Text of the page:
FIGS. 8a and 8b again are reproductions of photographs establishing the instant, visual readouts available with the applicant's transducer. As the nipple-areolar, central volume, is one of the sites of cancer occurrence in the human breast, this convenient volume was chosen for testing. FIG. 8a illustrates the ultraasonic image of tissue structure of a normal breast nipple and FIG. 8b illustrates that of a clinically examined breast nipple diagnosed as inflamed. The beam was directed through a water bath to pass into and through the skin and into the nipple central volume. The differences between the normal nipple and the "inflamed" nipple are easily, visually discernable by either of two ways. This is either visualized as a two dimensional image or as uni-directional amplitude modulated, graphically displayed traces seen to the right side of the immages.
Applicant has found that his transducer provides total, unselected, sonic energy retrieval without rejection or suppression of specular, specular back-scatter or diffuse back-scatter sonic energy. By processing all reflected energy, applicant provides a means for detecting relatively small volume tumors including cancerous abnormalities.
Although continual reference has been made to the transducer being ceramic, it should be obvious that the transducer is basically of a piezo-electric medium.
Again, although the applicant illustrates the utilization of his device on the human breast, it should be pointed out that the experimental work illustrated in FIGS. 5, 6 and 7 utilizes a piece of beef. Therefore the utilization of applicant's device for animals is within the scope of the invention.
The uniqueness of the applicant's transducer should be obvious to anyone skilled in the art. With such a transducer and the proper utilization of the produced, high energy transmissive and reflected, collimated beam; a tool which eliminates patient pain in clinical application and inherent dangers of X-radiation is provided. Therefore, it should be obvious that the applicant has provided a new and unique ultra-sound transducer operational at a maximum level of ultrasonic energy transmission and receipt which accomplishes the intended results through intrinsical collimation, parallel focusing of the beam within a useful area and range.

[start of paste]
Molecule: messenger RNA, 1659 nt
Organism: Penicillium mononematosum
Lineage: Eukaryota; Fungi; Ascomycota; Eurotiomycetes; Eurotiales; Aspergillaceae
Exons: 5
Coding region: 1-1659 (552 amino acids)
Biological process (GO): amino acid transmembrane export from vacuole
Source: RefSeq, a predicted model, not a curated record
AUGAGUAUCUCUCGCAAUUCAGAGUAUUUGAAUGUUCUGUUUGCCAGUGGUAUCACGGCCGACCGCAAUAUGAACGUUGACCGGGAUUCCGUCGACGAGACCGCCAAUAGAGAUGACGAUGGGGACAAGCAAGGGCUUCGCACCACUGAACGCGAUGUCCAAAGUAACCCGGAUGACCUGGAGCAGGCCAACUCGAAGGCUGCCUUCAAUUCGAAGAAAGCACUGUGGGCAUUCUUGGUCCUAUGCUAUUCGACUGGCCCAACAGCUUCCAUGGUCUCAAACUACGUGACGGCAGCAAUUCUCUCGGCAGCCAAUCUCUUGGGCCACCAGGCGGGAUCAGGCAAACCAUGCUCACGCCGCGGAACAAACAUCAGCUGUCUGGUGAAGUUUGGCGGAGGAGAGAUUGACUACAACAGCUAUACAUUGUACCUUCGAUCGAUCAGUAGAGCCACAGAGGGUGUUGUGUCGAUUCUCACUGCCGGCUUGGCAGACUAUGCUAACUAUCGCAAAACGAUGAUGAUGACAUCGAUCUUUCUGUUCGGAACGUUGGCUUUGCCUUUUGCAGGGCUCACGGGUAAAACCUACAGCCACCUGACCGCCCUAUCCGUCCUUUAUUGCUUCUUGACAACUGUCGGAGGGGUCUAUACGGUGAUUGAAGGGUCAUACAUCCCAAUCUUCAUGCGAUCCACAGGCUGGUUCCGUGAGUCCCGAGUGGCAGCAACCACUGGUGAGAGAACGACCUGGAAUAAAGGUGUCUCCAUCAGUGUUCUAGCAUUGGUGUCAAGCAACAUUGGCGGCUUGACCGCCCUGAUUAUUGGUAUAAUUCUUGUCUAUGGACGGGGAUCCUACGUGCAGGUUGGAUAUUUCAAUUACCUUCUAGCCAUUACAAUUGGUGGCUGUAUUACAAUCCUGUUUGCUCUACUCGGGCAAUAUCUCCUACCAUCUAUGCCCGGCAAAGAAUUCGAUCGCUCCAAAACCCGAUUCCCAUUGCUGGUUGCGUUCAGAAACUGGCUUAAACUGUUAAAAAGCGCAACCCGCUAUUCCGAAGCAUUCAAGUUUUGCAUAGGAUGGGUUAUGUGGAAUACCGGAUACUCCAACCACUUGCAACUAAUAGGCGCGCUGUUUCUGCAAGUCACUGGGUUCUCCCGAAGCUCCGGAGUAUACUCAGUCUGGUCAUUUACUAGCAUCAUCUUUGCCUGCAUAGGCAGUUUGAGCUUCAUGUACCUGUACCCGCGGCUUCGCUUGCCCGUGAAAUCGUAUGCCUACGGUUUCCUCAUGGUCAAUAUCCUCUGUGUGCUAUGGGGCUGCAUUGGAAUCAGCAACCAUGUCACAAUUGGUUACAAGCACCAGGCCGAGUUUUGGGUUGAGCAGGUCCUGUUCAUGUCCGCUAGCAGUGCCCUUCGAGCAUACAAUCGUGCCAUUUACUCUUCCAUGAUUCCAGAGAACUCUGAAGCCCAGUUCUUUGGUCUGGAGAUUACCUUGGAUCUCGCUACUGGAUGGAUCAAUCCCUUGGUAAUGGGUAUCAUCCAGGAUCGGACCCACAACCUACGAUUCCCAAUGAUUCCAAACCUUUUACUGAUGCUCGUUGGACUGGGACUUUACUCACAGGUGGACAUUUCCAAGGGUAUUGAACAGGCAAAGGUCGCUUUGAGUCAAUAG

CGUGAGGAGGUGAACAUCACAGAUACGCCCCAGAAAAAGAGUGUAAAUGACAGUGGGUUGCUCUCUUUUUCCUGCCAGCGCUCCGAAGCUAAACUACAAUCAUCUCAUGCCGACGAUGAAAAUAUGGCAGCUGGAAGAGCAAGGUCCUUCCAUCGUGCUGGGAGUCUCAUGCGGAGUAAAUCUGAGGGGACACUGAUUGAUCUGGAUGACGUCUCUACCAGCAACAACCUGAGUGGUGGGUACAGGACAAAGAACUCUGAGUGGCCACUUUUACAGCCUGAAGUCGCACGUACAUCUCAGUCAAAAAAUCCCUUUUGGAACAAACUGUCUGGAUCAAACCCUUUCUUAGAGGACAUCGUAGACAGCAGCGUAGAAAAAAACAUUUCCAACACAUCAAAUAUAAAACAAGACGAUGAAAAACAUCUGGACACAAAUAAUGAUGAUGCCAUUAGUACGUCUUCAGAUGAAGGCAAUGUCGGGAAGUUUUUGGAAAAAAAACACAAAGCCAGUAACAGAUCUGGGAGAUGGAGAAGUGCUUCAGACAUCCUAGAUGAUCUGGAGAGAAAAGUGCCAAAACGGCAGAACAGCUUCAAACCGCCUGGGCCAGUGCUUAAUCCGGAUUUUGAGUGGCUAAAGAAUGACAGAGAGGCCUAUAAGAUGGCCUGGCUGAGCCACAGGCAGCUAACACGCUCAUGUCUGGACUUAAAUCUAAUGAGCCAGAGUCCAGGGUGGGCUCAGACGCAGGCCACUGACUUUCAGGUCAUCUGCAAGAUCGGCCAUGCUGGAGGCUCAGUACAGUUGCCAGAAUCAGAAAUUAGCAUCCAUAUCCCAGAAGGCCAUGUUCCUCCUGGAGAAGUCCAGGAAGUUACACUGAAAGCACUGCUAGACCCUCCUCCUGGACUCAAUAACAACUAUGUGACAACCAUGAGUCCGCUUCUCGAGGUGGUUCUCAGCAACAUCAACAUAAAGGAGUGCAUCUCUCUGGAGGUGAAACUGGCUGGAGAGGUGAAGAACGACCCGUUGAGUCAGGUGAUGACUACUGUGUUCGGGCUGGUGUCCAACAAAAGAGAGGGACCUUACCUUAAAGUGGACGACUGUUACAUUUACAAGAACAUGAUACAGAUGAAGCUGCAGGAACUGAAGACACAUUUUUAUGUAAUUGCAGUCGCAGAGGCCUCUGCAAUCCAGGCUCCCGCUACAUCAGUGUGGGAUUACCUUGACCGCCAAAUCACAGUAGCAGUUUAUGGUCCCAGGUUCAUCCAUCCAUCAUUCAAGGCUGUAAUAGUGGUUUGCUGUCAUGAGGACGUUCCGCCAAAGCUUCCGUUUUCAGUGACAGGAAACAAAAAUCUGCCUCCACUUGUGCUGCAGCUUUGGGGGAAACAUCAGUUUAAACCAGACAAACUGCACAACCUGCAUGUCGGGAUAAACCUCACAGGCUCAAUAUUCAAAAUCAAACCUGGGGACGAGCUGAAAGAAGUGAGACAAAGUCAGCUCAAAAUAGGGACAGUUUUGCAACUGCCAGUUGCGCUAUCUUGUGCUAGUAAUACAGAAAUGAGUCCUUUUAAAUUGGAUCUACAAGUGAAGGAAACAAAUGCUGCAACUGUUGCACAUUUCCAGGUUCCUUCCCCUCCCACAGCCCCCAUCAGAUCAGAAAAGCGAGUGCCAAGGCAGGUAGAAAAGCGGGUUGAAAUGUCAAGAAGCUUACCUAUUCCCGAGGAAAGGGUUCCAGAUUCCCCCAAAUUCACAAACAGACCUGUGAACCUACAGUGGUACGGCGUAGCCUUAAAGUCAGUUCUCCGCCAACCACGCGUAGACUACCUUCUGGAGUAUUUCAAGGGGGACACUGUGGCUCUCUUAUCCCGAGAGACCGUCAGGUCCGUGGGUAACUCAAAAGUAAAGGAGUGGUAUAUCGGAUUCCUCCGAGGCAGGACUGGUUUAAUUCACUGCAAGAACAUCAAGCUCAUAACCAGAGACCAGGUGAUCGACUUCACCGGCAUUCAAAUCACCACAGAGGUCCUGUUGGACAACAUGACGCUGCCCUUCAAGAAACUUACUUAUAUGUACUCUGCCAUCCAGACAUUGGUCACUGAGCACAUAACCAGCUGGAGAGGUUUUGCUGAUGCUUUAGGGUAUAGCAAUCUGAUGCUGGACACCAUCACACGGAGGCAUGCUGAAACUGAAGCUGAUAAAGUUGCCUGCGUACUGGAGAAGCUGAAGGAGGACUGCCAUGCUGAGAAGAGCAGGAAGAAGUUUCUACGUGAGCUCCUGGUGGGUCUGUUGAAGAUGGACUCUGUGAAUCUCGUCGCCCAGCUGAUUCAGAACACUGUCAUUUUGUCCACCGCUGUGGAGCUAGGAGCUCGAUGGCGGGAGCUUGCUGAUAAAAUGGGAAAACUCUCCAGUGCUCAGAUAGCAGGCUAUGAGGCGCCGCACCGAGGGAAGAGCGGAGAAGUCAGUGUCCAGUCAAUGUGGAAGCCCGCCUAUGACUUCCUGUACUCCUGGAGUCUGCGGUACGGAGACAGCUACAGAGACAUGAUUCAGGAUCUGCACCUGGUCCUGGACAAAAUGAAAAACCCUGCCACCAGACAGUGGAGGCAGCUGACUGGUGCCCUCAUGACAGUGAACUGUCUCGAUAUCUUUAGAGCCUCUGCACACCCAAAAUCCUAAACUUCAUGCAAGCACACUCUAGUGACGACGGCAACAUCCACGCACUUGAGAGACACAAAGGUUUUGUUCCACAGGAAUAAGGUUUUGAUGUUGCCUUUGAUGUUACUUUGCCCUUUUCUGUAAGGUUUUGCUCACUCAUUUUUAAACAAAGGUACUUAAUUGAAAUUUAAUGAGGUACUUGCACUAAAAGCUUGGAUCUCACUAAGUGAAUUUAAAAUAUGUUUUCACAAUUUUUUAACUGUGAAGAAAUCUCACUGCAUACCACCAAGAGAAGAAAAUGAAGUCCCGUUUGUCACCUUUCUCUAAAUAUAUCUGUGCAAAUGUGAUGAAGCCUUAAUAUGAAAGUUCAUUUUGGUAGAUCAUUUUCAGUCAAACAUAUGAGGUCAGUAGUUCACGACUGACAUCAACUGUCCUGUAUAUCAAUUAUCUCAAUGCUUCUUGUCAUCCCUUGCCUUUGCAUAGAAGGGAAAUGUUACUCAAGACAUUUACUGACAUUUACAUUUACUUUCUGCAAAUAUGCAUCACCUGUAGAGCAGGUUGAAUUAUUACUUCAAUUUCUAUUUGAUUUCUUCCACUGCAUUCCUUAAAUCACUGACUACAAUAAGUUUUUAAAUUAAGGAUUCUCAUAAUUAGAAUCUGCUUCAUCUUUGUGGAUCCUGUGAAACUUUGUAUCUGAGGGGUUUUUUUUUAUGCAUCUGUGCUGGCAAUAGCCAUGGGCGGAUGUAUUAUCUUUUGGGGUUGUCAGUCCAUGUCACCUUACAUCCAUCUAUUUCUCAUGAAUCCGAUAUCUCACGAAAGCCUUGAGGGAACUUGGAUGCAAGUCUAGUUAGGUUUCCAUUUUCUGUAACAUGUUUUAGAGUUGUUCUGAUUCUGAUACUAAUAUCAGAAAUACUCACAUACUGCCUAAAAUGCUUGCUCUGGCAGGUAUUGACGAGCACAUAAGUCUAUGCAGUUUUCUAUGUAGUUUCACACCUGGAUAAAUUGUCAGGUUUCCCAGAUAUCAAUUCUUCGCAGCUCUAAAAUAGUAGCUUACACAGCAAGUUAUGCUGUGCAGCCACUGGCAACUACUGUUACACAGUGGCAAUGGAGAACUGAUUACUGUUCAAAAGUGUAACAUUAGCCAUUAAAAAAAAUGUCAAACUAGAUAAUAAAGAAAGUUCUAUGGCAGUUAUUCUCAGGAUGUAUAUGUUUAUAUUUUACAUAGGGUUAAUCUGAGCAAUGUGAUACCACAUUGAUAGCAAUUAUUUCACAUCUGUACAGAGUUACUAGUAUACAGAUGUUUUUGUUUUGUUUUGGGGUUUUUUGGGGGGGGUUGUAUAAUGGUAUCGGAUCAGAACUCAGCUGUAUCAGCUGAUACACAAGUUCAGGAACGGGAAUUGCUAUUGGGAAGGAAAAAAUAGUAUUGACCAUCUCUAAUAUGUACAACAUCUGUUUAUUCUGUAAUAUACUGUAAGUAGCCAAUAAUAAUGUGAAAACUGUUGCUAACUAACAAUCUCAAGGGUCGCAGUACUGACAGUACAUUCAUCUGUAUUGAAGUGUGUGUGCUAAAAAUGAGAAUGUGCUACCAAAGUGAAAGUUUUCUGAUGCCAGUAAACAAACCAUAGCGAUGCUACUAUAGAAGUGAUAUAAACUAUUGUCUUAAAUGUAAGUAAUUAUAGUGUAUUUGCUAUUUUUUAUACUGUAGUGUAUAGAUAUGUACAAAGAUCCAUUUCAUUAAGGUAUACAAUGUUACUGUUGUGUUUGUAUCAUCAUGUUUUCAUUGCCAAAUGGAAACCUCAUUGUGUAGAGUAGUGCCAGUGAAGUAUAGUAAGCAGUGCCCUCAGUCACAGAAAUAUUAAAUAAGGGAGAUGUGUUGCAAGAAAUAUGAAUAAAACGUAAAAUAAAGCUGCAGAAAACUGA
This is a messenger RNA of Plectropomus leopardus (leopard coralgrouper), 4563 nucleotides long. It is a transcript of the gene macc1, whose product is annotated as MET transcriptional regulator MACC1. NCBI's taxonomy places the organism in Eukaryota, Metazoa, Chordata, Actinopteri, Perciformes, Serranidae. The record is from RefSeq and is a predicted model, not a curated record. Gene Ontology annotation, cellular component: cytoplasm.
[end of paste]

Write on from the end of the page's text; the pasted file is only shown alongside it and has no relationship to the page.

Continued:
|Patente citada||Fecha de presentación||Fecha de publicación||Solicitante||Título|
|US3696479 *||22 Oct 1970||10 Oct 1972||Zenith Radio Corp||Method of making a piezoelectric transducer|
|US4198654 *||28 Nov 1977||15 Abr 1980||Societe Francaise D'equipements Pour La Navigation Aerienne||Systems for the display and indication of information|
|US5122993 *||29 May 1991||16 Jun 1992||Mitsubishi Mining & Cement Co., Ltd.||Piezoelectric transducer|
|US5123418 *||27 Feb 1990||23 Jun 1992||Centre National De La Recherche Scientifique-C.N.R.S||Micro-echographic probe for ultrasound collimation through a deformable surface|
|US5305756 *||5 Abr 1993||26 Abr 1994||Advanced Technology Laboratories, Inc.||Volumetric ultrasonic imaging with diverging elevational ultrasound beams|
|US5311568 *||2 Ago 1993||10 May 1994||Picker International, Inc.||Optical alignment means utilizing inverse projection of a test pattern/target|
|Patente citante||Fecha de presentación||Fecha de publicación||Solicitante||Título|
|US6720712||23 Mar 2001||13 Abr 2004||Cross Match Technologies, Inc.||Piezoelectric identification device and applications thereof|
|US6812621||21 Jul 2003||2 Nov 2004||Cross Match Technologies, Inc.||Multiplexer for a piezo ceramic identification device|
|US7141918||2 Nov 2004||28 Nov 2006||Cross Match Technologies, Inc.||Method for obtaining biometric data for an individual in a secure transaction|
|US7236616||9 Ago 2000||26 Jun 2007||Cross Match Technologies, Inc.||Biometric piezo scanner|
|US7489066||10 Jun 2005||10 Feb 2009||Sonavation, Inc.||Biometric sensing device with isolated piezo ceramic elements|
|US7514842||27 Jun 2006||7 Abr 2009||Sonavation, Inc.||Multiplexer for a piezo ceramic identification device|
|US8511317||27 Feb 2012||20 Ago 2013||Vytronus, Inc.||Method for ablating body tissue|
|US8607800||28 Sep 2012||17 Dic 2013||Vytronus, Inc.||Method for ablating body tissue|
|US20040140735 *||29 Jul 2003||22 Jul 2004||Cross Match Technologies, Inc.||Biometric sensing device with isolated piezo ceramic elements|
|US20050225212 *||10 Jun 2005||13 Oct 2005||Scott Walter G||Biometric sensing device with isolated piezo ceramic elements|
|WO2001071648A2 *||23 Mar 2001||27 Sep 2001||Cross Match Technologies Inc||Piezoelectric identification device and applications thereof|
|Clasificación de EE.UU.||600/459, 73/625|
|24 Nov 1998||FPAY||Fee payment|
Year of fee payment: 4
|6 Nov 2002||FPAY||Fee payment|
Year of fee payment: 8
|3 Nov 2006||FPAY||Fee payment|
Year of fee payment: 12